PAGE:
Note: Interested viewers should definitely check out a brilliantly animated documentary on the UT Tower shootings, called simply Tower (2016) — it’s must-see. Click here to read more about the presence of a brain tumor which likely impacted Whitman’s behavior.
Redeeming Qualities and Moments:
Yes, as a deserved cult classic.
(Listed in 1001 Movies You Must See Before You Die)
2 thoughts on “Targets (1968)”
Must-see, for its secure status as a cult film – and for Karloff’s performance.
I’d seen this several times before so, for this viewing, I first watched the ‘About the film’ extra on the DVD and then listened to Bogdanovich do the film’s commentary (with the subtitles for the film on). All in all, a satisfying experience as I learned quite a bit about the making of the film. Those who have a particular interest in guerrilla filmmaking would be likely to feel as satisfied – since ‘Targets’ is hardly the typical result of an on-the-run approach. Largely because of significant planning, it has the look and feel of a much higher quality movie. (Much of the credit for that goes to the director’s former wife Polly Platt – who did a remarkable job on the look of the film, triggering our subconscious by, for example, designing Karloff’s scenes in warm colors and the killer’s scenes in icier tones.)
Bogdanovich refreshingly states that he didn’t like the idea of doing a ‘horror’ movie about guns but… that’s what was more or less offered to him (he had to concoct something of the sort or the project wouldn’t work). It remains one of his best films.
What’s particularly nice to be reminded of (from the commentary) is that – as a person – Karloff was known to be a rather nice fellow. Bogdanovich relates quite a few instances that reveal Karloff as someone who was singularly professional in his approach and rather a joy to work with. (Even though he made a few more films after this one, Karloff considered ‘Targets’ his last real film. He’s very good in it.)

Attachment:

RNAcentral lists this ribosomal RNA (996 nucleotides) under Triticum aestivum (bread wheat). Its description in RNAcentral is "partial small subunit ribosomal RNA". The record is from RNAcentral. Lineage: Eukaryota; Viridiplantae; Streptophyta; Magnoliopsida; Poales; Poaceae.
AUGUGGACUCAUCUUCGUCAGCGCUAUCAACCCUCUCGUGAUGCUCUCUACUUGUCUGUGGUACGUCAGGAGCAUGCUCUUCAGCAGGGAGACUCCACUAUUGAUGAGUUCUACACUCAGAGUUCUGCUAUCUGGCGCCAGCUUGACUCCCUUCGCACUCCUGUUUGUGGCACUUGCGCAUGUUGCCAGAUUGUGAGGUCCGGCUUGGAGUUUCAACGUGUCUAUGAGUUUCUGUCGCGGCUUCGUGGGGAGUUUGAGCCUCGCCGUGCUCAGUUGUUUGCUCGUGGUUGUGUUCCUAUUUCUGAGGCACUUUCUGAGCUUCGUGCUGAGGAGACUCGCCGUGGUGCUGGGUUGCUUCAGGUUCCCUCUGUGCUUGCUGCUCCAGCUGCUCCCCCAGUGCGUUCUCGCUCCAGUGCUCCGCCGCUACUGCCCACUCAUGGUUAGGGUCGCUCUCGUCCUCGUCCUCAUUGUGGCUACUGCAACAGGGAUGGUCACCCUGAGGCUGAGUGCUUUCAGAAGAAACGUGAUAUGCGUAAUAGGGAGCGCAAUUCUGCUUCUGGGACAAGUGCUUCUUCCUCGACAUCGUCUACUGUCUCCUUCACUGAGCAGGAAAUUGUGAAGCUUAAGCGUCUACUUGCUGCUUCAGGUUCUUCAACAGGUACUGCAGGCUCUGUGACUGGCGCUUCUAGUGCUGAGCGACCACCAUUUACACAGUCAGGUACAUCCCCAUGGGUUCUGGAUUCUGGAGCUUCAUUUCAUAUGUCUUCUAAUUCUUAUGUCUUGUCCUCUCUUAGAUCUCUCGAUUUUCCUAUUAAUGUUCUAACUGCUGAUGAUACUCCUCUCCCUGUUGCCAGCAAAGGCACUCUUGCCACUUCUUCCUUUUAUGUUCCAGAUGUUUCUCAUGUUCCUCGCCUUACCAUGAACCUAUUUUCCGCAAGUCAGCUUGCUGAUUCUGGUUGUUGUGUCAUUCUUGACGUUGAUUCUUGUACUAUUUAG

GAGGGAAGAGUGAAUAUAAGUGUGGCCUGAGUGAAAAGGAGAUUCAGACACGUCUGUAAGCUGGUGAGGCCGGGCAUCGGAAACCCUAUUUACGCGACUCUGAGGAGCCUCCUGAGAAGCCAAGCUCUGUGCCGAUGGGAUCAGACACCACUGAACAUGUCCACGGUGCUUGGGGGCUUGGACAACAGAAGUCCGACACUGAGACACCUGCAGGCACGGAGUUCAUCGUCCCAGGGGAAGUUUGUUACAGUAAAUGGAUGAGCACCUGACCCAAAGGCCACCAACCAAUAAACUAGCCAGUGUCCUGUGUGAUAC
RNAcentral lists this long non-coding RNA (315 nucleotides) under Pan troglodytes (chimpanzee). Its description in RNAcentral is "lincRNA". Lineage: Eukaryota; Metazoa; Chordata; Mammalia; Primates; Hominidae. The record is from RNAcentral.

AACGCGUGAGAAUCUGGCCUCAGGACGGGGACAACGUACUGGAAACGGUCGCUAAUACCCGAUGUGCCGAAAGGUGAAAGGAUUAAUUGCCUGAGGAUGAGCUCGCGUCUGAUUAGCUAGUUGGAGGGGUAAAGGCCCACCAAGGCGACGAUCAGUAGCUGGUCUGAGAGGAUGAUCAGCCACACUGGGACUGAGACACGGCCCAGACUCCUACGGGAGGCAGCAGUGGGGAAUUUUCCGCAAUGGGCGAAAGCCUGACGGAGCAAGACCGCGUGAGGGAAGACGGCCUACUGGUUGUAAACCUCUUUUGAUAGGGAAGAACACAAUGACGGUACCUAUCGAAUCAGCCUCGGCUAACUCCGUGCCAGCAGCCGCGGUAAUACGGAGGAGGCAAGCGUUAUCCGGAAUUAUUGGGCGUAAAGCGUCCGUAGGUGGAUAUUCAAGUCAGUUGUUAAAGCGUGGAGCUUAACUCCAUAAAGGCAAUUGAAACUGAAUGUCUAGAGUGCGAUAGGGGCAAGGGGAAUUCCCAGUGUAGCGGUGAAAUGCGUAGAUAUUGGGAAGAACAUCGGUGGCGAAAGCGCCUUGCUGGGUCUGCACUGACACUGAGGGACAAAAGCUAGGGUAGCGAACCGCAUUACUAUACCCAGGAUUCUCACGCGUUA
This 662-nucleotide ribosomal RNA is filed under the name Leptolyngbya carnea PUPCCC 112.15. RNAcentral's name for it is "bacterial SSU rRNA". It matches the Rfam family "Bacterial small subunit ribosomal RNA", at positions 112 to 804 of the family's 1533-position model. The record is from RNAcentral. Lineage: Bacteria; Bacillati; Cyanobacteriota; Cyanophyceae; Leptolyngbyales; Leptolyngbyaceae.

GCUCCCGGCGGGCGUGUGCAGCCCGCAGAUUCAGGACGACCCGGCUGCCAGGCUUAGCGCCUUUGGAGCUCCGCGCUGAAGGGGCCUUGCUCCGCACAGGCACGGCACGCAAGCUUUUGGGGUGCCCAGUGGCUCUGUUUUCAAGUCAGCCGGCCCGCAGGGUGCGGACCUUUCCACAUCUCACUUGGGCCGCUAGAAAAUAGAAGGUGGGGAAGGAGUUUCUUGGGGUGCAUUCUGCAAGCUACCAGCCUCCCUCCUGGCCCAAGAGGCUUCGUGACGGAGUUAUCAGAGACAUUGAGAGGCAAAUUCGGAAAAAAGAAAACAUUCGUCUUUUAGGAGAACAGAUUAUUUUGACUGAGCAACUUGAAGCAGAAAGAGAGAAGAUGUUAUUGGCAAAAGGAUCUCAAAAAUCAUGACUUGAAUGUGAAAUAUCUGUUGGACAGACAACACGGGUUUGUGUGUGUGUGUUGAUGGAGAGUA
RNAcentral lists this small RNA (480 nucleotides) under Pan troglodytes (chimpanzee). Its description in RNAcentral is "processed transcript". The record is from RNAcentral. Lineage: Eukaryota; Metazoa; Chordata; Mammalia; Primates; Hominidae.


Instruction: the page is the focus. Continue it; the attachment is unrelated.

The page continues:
The assessment given here correctly points out (though sadly) that “this picture couldn’t resonate more profoundly today”. (Don’t get me started on the state of our nation’s gun laws – or, obviously, the lack of them.) But Bogdanovich has taken the moral approach, showing as little of the actual violence as possible.
(On release, the film was well-received critically but was nevertheless a box office failure since, around the same time, Martin Luther King and Robert Kennedy were killed. Audiences shunned the film’s premise.)
I believe this is a film that people have to discover on their own; it’s not one I would ever think to recommend. I can’t deny that the film is a remarkable achievement (especially considering its low budget and the limited time-frame it was made in) but, oddly, this is not the kind of film that really needs to be talked about much. You just quietly watch it to experience the shock of recognition re: the dark element in human nature.
A truly great and very disturbing film but definitely not terribly significant and therefore not must see.
I highly recommend it however for all the reasons given above.